When Calgary Flames GM Darryl Sutter met with the press to discuss the Flames' latest acquisition, Todd Bertuzzi, he wasn't surprised the Steve Moore incident came up.
It was a simple question. Considering Bertuzzi ended the career of Moore with the infamous sucker-punch heard 'round the world back in March 2004, would Flames fans welcome the right winger to their city?
Sutter dismissed the idea and responded in kind.
"I had a traffic ticket three years ago. I hope there's three or four fans who can forget that I went through a red light."
It was a flippant response and a poor comparison and one would expect a more diplomatic answer from a member of one of hockey's first families.
When reviewing the tape, even now, it's painfully obvious Bertuzzi was out to hurt Moore. Granted, it's unlikely Bertuzzi wanted to end Moore's NHL career, but that's exactly what happened.
The sucker punch was revenge, pure and simple, payback for Moore's hit on Markus Naslund weeks earlier. Only, in this case, the consequences were a lot more serious. For Moore, it was the end of his livelihood.
A tearful apology by Bertuzzi days later did little to mend fences with Moore, his family, the league, or with fans of the game. He was forever branded a "bad boy," convicted of assault by Vancouver police (although he has no criminal record) and was suspended indefinitely by the NHL. To this day, a civil suit is still pending.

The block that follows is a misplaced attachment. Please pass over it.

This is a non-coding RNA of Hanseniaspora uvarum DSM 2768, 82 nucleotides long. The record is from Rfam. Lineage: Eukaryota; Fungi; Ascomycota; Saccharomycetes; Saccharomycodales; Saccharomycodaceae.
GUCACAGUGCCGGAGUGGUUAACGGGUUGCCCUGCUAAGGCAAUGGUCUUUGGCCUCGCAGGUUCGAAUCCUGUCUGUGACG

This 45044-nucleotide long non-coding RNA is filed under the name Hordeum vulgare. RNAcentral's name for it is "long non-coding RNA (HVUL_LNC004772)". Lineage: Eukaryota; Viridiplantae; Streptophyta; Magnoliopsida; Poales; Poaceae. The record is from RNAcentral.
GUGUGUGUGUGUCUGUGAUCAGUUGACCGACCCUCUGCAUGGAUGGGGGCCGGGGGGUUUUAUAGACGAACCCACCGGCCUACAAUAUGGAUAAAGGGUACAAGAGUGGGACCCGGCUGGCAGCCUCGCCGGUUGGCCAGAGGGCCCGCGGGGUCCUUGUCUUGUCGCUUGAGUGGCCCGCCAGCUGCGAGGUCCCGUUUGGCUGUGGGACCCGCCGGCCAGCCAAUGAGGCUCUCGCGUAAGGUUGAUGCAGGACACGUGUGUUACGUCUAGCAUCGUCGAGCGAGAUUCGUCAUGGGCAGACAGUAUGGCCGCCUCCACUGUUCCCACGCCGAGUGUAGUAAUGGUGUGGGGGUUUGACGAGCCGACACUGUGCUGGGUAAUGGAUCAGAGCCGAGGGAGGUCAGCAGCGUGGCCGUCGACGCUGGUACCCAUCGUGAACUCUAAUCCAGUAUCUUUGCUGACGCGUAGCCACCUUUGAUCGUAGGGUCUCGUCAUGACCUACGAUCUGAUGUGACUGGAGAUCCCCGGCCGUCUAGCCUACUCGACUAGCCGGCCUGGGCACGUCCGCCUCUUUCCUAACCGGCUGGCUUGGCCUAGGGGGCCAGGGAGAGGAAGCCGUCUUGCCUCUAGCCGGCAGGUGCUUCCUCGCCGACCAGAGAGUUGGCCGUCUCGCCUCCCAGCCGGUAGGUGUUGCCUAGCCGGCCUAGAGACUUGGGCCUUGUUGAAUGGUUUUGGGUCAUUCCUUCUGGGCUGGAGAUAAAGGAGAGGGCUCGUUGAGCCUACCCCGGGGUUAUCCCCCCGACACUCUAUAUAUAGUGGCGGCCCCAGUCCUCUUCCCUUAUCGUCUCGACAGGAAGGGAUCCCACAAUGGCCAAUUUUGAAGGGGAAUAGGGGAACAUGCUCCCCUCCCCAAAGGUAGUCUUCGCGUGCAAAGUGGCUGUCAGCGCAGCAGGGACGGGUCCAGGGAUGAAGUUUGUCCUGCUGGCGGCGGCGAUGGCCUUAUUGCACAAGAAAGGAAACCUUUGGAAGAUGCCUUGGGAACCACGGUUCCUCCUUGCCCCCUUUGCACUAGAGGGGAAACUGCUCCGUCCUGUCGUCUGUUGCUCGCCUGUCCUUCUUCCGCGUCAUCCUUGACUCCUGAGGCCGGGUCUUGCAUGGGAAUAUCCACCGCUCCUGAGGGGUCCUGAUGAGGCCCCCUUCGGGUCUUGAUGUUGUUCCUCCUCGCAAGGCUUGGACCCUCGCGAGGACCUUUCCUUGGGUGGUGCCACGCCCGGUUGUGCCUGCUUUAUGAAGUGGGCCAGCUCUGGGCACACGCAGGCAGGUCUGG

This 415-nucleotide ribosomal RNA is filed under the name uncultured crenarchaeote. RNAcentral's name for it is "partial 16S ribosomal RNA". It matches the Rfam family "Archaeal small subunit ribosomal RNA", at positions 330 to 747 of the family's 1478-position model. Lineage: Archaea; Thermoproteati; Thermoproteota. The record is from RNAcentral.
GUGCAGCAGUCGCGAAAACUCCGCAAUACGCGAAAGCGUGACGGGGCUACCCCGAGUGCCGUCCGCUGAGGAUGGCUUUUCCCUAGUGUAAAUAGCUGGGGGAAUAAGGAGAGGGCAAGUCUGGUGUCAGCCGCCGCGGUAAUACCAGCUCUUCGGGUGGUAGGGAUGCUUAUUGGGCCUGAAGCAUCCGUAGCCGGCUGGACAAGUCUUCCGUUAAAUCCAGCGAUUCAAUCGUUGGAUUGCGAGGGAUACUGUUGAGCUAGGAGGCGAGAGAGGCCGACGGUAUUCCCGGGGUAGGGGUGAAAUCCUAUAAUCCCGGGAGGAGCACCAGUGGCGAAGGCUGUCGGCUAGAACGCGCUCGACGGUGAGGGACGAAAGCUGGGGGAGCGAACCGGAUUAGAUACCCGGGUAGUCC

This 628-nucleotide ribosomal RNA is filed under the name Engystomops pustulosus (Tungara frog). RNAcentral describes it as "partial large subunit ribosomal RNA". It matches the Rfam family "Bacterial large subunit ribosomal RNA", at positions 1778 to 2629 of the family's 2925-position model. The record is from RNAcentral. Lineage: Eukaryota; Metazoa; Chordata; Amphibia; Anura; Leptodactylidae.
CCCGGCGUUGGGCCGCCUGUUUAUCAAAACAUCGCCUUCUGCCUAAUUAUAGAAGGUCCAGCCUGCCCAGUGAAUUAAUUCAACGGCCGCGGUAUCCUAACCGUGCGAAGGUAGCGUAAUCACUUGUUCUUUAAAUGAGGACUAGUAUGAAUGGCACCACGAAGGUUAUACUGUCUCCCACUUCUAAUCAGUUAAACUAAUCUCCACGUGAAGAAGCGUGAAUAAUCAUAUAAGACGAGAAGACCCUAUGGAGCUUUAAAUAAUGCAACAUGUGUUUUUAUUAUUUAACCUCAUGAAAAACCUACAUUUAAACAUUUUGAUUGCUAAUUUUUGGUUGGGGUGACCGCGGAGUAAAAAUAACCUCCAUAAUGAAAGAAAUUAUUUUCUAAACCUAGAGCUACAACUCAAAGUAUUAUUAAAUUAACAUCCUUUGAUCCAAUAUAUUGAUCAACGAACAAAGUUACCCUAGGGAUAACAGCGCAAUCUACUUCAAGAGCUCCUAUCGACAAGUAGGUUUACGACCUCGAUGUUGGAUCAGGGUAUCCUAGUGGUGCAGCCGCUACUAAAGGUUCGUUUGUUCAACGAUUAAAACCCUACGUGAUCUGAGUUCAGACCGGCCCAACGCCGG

As for Steve Moore, he has never again strapped on the skates in the NHL. His cracked vertebrae have long since healed but the severe concussion prevents him from play. In an interview with the CBC in March of 2007, Moore said, “A lot of people talk about moving on. Well, I am trying to, but I haven't been able to."
"It's hard to think of everything that went into [my hockey career], and the way it was taken away. It is hard to see someone go back and play while you sit."
This is the aftermath of an unnecessary attack: disillusionment, depression, and doubt. It can not, and should not, be so easily dismissed.
That's exactly what Sutter has done, however.
It's likely there are a large number of Calgarians and hockey fans in general who aren't thrilled to have Bertuzzi playing with the Flames or in the league for that matter, no matter how apologetic he is for his actions or how long ago it happened. Time does not heal all wounds.
For Sutter to compare Bertuzzi's hit to his traffic infractions is idiotic at best, callous at worst. A frightening hit that left a man a former shell of himself is far more serious that burning a red light.
As a GM in the NHL signing a controversial player with a well-known back story, he should have expected that question from the press and he should have handled it with a lot more grace then he showed.